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Homeland Security

21 March 2003

U.S. Has Strengthened Its Focus on South Asia after September 11

(State's Rocca addresses India-Pakistan ties at congressional hearing)
By Afzal Khan
Washington File Staff Writer
Washington -- The United States after the September 11 attacks has
"significantly changed and deepened" its relationships with nations in
South Asia, said Christina Rocca, assistant secretary of State for
south Asian affairs, in testimony before the Subcommittee on Asia and
the Pacific of the House International Relations Committee on March
Rocca said that as a result of this renewed focus on the region, the
United States has been able to obtain close cooperation from countries
in the region in the global war against terrorism, particularly from
Pakistan which is on the frontline of this war. At the same time, the
United States has also transformed its relationship with India in
recognition of that country's emergence as a major regional power and
as a democracy that shares similar values with the United States,
Rocca said.
U.S.-Pakistan cooperation in the war on terrorism includes
coordination of intelligence and law enforcement agencies of both
countries in hunting al-Qaida and other terrorists within Pakistan.
Since the September 11 terrorist attacks, Pakistan has apprehended
close to 500 suspected al-Qaida operatives and their affiliates, Rocca
said. Only a week earlier, she noted, the U.S. lifted
democracy-related sanctions on Pakistan in recognition for its help in
capturing Khalid Mohammed Sheikh, the al-Qaida lieutenant believed to
have master-minded the September 11 attacks.
In the question-answer session that followed, Rocca said that the
tracking of al-Qaida leader Usama bin Laden has now spread over a
"broader area." Rocca stressed that the United States is "happy" with
what the Pakistani government of President Pervez Musharraf is doing
in the war against terrorism.
Rocca said $19 million in U.S. aid has been specifically designed to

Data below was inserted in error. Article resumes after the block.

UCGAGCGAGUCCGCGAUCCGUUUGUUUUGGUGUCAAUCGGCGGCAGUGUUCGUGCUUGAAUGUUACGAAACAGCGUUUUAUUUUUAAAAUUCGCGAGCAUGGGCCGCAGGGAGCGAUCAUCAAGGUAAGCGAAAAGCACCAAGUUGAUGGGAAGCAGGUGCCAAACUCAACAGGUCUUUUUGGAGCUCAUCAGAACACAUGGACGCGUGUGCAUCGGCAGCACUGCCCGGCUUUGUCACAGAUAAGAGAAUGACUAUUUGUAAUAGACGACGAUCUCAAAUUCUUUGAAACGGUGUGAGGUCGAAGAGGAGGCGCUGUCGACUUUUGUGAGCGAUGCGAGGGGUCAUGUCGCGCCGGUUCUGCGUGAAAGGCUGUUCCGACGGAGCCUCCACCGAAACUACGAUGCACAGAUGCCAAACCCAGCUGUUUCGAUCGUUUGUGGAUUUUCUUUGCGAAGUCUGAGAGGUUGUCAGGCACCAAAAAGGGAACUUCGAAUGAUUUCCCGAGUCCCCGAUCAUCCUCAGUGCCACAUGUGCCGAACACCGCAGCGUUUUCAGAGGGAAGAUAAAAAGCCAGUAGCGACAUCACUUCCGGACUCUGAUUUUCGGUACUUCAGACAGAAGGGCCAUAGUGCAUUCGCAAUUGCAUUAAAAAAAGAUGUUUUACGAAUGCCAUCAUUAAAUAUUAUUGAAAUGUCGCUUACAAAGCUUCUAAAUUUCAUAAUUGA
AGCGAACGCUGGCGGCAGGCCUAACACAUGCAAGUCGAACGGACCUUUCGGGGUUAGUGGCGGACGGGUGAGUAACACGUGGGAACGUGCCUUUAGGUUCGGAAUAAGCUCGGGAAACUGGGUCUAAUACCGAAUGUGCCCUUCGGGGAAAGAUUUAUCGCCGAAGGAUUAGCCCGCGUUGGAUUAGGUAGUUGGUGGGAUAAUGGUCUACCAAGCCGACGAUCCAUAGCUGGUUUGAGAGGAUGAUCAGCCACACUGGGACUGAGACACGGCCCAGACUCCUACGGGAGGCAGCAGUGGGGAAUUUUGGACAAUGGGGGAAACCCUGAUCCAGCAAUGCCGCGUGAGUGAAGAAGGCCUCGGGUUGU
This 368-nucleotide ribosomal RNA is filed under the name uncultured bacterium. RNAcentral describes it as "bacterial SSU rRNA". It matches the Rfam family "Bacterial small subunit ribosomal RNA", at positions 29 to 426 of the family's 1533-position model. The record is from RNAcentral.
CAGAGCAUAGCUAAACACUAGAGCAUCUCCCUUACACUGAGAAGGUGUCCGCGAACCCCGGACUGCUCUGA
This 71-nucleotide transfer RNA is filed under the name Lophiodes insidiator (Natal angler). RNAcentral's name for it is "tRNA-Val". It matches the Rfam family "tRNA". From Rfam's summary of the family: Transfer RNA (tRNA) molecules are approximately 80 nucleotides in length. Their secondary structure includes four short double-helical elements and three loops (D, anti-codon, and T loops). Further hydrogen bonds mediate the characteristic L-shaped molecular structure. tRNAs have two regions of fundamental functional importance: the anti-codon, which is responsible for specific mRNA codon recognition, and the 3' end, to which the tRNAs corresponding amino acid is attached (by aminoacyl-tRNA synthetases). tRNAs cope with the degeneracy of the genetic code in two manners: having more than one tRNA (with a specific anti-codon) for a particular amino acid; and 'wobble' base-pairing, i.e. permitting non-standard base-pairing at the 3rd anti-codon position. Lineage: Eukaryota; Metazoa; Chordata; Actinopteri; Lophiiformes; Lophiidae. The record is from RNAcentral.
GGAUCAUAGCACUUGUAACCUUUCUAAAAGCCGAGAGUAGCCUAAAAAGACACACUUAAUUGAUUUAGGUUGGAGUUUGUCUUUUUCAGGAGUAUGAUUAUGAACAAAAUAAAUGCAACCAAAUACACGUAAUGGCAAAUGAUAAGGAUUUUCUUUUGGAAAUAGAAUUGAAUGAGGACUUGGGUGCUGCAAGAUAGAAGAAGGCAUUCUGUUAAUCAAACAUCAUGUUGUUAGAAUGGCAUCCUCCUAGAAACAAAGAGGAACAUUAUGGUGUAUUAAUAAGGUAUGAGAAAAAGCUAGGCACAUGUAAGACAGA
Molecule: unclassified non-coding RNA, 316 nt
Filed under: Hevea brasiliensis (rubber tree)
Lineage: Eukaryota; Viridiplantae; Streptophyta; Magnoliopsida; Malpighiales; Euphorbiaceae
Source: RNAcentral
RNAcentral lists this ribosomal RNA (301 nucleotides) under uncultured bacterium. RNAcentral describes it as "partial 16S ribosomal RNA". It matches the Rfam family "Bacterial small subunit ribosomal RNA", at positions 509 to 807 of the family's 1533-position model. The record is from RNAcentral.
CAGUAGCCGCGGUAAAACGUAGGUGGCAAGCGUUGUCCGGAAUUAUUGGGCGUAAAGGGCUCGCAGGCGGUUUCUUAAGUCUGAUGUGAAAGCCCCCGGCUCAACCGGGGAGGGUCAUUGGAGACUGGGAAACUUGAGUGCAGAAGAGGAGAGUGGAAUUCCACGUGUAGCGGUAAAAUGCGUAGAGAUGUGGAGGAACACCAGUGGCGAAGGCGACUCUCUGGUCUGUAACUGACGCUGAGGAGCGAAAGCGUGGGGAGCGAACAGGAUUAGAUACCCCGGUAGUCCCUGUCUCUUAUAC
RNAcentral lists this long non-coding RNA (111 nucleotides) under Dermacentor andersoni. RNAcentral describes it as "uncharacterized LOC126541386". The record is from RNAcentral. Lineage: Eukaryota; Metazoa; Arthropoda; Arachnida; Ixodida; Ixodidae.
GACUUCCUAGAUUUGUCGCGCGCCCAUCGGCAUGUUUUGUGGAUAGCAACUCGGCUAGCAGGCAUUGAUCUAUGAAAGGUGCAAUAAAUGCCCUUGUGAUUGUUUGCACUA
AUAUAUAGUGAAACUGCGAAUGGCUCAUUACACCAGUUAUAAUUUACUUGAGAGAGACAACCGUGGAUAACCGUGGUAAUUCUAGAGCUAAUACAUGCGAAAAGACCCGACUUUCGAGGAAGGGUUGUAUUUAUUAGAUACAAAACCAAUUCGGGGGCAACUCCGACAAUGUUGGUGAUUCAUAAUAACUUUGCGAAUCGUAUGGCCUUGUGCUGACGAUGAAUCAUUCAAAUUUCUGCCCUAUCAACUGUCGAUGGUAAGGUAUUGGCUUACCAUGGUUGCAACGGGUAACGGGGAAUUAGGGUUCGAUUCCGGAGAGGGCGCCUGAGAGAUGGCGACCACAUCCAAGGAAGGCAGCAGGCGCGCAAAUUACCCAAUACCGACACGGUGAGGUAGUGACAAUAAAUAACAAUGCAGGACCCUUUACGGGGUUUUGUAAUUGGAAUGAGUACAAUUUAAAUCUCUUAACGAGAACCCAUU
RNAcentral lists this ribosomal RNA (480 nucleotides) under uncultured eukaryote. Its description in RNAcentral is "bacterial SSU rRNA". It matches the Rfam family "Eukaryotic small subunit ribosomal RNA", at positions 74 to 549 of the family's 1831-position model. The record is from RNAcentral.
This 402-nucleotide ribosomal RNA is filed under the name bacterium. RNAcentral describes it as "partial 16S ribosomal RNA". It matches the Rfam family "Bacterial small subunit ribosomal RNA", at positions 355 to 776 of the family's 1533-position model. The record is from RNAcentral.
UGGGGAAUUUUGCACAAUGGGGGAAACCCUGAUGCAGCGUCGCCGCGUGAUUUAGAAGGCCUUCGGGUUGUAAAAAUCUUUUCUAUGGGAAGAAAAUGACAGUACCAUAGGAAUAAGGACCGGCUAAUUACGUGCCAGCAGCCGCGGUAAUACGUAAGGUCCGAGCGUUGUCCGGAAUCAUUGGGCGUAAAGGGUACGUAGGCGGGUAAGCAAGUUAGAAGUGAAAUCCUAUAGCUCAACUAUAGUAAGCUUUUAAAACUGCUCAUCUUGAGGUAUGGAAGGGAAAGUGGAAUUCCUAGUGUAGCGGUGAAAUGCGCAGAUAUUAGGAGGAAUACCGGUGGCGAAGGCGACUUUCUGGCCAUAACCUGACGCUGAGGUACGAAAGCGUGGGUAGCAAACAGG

build roads to extend the reach of Pakistan's federal government in
the autonomous tribal borderland between northwestern Pakistan and
Afghanistan, where Usama bin Laden is suspected of hiding. Rocca
dismissed suggestions that senior Pakistani government or intelligence
officials may be aiding and abetting al-Qaida fugitives in the border
region. However, she left open a question open from a congressman
whether lower-level officials could possibly be sympathetic to
al-Qaida and Taliban elements hiding there.
The other crucial issue facing the United States in the region is the
threat of nuclear proliferation and the possibility of a nuclear war
between India and Pakistan over the disputed region of Kashmir. Rocca
said that one of the greatest challenges to advancing U.S. goals of
"moderation, stability and development" in South Asia is the
continuing tension between India and Pakistan, "primarily over
Kashmir." Rocca welcomed state elections in Kashmir in 2002 and urged
"dialogue and restraint" between the two countries. She stressed that
"continued U.S. attention and creative diplomacy" will be essential to
prevent another confrontation between India and Pakistan over Kashmir.
On the issue of nuclear proliferation in South Asia, Rocca said that
although India and Pakistan are not signatories to the Nuclear
Non-Proliferation Treaty, the United States has exerted pressure on
both countries to abide by the following guidelines:
-- Exercising restraint to curtail any new nuclear tests; minimizing
missile tests while continuing to announce impending ones so as not to
alarm authorities in either country; and strongly recommending that
they stop building more intercontinental ballistic missiles (ICBMs).
-- Imposing strict export controls on nuclear technology and
fissionable materials so that they cannot be clandestinely exported to
other countries.
-- Diffusing tension between the two countries by updating and
establishing new hot lines of communication between their leaders.
Rocca particularly emphasized the need for vigilance in interdicting
transfers of enriched uranium from Pakistan to North Korea in exchange
for missiles. She said that Secretary of State Colin Powell has made
it very clear that the United States will not tolerate such transfers
between Pakistan and North Korea.
Overall, Rocca told Subcommittee members that the U.S. has received
"excellent cooperation" from all countries in the region and that
diplomacy in South Asia is aided by the "transparency in our
relations." However, she conceded that the United States has a problem
with its image in the Muslim world, and she said more had to be done
to send a positive message to that part of the world.
In his opening statement, Subcommittee Chairman Leach commented: "At
all times, but particularly at this critical moment, American cultural
and public diplomacy needs to be attuned to the fact that a quarter of
the world's Muslims live in South Asia. India, Bangladesh, and
Pakistan each have more than 130 million Muslims, and Pakistan is the
only modern state founded explicitly as a homeland for Muslims."
(The Washington File is a product of the Office of International
Information Programs, U.S. Department of State. Web site:

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